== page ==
The Budget Control Act's automatic spending cuts,
allowed to roll into effect by Congress last week, risk stalling the relatively
positive trends in the employment market. However, the full impacts of the
sequester will not be fully understood for at least several months. On the
positive side, recent gains in home values and new home construction are strong
proxies for continued strength in the job market.
The unemployment rate
typically follows housing expectations and trends. Unemployment is correlated
to home prices and housing starts and high unemployment is commonly associated
downturns in these indicators. The relationship between housing and employment
can be somewhat of a chicken and the egg enigma - housing will recover when the
job market recovers, but the job market cannot recover without a rebound in housing.
But, given the stubbornly high unemployment figures and the improving housing
market it appears that in this recovery, housing has rebounded first
and will do its fair share to bring improvements to the job market.
Last week the provisions of
the sequester went into effect when Congress failed in negotiations to agree on
a budget plan. Although the sequester implements longer-term reductions in
spending, the automatic spending cuts threaten to deal immediate short-term
blows to the United States (US) economy. While the impacts of the sequester may
not be seen as early as the release of the upcoming ADP Employment Report this
Wednesday, it will likely reflect a worsening or flattening trend in the jobs
market over the coming months.
In the case of the
sequester, housing indicators may actually help to lift the job market.
Property values increased nearly 10 percent year-over-year in January and that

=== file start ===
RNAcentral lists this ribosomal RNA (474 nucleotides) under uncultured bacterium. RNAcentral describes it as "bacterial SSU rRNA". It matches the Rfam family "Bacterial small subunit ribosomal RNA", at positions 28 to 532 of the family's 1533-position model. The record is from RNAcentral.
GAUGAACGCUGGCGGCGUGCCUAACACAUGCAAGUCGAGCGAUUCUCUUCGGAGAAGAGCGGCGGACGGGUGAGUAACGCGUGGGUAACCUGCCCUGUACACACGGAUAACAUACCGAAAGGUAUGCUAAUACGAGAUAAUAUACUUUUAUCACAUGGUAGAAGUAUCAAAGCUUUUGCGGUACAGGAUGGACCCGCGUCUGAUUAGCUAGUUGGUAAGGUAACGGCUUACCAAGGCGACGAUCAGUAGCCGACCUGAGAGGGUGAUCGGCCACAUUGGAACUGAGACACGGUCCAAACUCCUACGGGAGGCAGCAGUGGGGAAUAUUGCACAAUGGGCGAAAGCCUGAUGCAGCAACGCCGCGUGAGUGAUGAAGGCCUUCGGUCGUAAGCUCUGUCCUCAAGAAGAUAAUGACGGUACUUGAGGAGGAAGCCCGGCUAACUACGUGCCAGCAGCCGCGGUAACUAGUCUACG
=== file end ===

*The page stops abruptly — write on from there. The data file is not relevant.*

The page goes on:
has a direct and positive correlation historically with employment data. Strong performance in residential
construction, which is a leading indicator of job growth, has nearly doubled
year-over-year and will continue to drive job creation. As evidence,
construction jobs have been up nearly 20 percent year-over-year. Moreover, a
healthy housing market has the ability to create nearly three million direct
jobs including real estate professionals, skilled labor jobs, and utilities specialists.
Employment training programs
will see a $460 million reduction in 2013. Employment assistance services will
also be cut. The youth employment
and dislocated workers programs funded by the Workers Investment Act will cut
off services to nearly 30,000 dislocated workers and 13,000 youth workers in
2013. Notably, dislocated workers
make up 40 percent of the unemployed population. These workers will more than
certainly be casualties of the sequester. If these individuals continue to
struggle to gain employment and loose important training resources, they will
keep the unemployment rate above historical norms.
In addition to cutting
services, the sequester will likely risk approximately 48,000 healthcare jobs,
470,000 manufacturing jobs and 610,000 federal jobs.
Whereas the Federal Reserve
originally estimated that unemployment would drop to as low as 7.4 percent in
2013, a study published by George Mason University projects that the sequester
will actually increase the unemployment rate to over nine percent in the
Sequester or not, it appears
that the housing market is on a strong upward trajectory. While the impacts of
the sequester are uncertain, the housing recovery should bode well for
employment tin the long-term.